You can use the bottom pin to adjust the height of the door. With some designs, you will need to use a wrench to adjust the door, with others, you will need to use pliers. To make the job as easy as possible, carefully lift the door out of the track, and put shims underneath it to support the weight.
Once you have adjusted the height of the door, test it to see if it moves freely. If it does, then your job is done. If it no longer scrapes across the floor, but still feels stiff and difficult to move, then it could be that there is dirt in the tracks impeding the movement, or that the hinges are stiff. You should clean the tracks of your folding doors regularly to stop them from sticking. Simply vacuuming in the track with the correct narrow-nosed attachment will prevent a lot of problems. In addition, make lubricating the hinges with some WD-40 or a similar brand of aerosol lubricating spray a part of your maintenance routine, so that the hinges always move freely.
My French door swings closed after opening
If your door swings closed after opening, then this usually means that the hinge is not aligned correctly. Adjusting the hinges can fix this. With some door designs, this simply means tightening the screw in the hinge, with others, you will need to remove the pin and bend it slightly. Remember there will be two (sometimes three) hinges on each side. If a door is swinging shut, it is usually the top hinge that is out of alignment, leaving the door out of plumb.
If the door is far out of plumb, or the hinges aren’t directly above each other, then you may need to move the entire hinge leaf. You can test the alignment of the hinges (and the door) using a makeshift plumb line (a piece of string and a weight will do). Mark the position where the hinge should go, drill new pilot holes, and then replace the hinge and test the movement of the door.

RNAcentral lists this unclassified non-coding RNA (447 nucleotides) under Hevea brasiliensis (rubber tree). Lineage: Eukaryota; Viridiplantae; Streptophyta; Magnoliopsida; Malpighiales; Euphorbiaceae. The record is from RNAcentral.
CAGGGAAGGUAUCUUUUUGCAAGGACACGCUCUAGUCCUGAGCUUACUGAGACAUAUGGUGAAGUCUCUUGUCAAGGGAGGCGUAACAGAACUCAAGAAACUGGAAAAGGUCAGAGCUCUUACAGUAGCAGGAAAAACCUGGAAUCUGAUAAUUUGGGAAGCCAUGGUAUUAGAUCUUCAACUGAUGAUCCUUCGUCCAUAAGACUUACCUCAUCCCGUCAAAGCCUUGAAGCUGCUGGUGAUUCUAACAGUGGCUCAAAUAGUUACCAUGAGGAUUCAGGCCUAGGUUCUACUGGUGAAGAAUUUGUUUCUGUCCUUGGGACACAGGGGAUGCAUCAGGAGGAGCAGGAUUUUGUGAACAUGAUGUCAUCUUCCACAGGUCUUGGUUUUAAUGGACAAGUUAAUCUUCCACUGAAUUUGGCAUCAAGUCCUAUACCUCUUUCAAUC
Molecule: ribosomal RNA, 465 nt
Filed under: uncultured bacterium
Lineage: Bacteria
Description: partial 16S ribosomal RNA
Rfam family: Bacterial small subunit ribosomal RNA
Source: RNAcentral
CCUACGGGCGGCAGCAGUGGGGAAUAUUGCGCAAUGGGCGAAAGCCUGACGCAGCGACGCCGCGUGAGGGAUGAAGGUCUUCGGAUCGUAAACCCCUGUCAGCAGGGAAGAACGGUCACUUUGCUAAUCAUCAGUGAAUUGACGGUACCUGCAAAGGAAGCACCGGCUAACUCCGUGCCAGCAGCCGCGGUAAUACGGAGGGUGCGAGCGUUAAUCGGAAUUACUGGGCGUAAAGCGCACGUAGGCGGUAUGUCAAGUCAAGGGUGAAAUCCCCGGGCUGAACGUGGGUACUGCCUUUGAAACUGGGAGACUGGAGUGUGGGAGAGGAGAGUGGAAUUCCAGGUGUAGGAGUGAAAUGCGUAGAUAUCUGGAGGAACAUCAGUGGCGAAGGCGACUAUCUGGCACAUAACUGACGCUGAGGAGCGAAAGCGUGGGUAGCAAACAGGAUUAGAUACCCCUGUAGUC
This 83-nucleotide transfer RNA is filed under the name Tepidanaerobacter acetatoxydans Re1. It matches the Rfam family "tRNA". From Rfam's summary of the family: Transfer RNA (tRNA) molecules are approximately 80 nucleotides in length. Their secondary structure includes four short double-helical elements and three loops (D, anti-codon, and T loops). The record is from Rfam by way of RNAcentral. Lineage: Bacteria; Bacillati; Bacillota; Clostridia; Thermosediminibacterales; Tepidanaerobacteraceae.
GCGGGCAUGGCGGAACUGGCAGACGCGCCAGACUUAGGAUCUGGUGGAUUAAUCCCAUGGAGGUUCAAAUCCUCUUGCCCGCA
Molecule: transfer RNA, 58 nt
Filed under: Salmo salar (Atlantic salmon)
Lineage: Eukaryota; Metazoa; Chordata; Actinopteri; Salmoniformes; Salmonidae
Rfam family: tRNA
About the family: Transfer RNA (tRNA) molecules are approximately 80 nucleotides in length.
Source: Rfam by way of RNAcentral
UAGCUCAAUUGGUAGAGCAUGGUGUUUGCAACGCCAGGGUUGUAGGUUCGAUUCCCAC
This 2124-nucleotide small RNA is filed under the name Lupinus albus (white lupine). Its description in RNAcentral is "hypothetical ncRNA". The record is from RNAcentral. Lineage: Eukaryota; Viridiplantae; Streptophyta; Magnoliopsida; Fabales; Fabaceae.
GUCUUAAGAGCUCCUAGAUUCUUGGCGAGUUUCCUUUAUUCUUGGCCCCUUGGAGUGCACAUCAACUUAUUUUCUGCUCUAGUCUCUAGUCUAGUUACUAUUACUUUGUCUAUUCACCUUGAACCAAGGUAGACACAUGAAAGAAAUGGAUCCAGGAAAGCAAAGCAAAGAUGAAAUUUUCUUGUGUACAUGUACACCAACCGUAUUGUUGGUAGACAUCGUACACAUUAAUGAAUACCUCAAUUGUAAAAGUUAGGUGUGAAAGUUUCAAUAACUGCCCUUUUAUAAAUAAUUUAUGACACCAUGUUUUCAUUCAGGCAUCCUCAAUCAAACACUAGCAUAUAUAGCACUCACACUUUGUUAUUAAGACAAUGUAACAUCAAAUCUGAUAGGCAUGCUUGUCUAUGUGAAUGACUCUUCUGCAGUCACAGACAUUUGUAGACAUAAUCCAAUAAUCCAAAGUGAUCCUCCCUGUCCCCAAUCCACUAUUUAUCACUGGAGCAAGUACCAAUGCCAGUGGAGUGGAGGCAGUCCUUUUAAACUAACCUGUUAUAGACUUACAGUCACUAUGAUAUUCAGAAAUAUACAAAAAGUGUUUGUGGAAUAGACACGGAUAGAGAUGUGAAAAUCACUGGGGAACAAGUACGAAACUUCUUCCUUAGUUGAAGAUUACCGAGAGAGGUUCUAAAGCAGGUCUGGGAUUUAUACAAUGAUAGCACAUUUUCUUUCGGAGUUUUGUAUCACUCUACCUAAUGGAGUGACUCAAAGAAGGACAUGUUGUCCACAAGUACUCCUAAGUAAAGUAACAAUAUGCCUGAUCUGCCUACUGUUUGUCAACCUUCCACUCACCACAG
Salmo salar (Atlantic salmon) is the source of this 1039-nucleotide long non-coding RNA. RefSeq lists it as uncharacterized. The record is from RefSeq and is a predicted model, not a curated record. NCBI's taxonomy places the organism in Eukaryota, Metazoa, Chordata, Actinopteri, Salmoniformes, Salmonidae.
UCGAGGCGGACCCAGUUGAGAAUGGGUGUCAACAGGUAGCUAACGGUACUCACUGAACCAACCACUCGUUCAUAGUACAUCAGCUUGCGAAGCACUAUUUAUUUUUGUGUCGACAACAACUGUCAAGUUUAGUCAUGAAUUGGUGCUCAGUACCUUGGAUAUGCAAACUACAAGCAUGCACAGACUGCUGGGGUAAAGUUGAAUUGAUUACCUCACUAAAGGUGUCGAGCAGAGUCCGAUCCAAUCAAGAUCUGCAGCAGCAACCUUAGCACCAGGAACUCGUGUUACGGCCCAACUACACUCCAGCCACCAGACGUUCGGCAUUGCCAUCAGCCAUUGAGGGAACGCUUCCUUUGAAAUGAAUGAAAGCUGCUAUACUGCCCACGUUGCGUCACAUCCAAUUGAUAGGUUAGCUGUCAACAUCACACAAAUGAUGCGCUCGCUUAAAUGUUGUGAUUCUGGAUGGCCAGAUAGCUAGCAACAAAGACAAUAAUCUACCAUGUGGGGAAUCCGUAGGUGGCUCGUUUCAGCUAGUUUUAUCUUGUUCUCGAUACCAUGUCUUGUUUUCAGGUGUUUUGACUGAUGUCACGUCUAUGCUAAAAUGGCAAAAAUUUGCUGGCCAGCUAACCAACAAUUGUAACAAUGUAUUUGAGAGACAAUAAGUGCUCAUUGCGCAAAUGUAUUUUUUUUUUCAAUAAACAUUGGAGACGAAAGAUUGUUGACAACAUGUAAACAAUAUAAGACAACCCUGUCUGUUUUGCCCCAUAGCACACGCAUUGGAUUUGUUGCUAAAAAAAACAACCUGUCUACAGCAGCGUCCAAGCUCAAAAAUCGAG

I’m worried about my child running into the French doors and breaking the glass
First and foremost, all French doors, both internal and external, should have toughened safety glass as standard to meet UK building regulations. This means the glass is up to 5 times as stong as standard glass and should it break, it won't shatter into razor sharp shards but "nuggets" that are less likely to break the skin. Young children are inquisitive, but they’re not always that observant and they lack the understanding of the world to know that there are things that are ‘solid’ that you can see through. When a child is just learning to walk and run they might run into a glass door. A child is unlikely to break safety glass, but bumped heads are no fun either!
You can alert your child to the presence of the glass by adding stickers to it, especially at around eye level to them. One of the most common childproofing techniques is to add stickers to the glass. There are lots of wall and window sticker options to choose from, and they can be a smart, visually appealing addition to the door, even matching your wallpaper or existing decor.
Alternatively, you could opt for frosted glass doors to make the panels more noticeable.
While it's not uncommon that your French folding door will need some adjustment over its lifespan, making sure its installed properly can minimise many problems. Check out our guide on how to install French doors.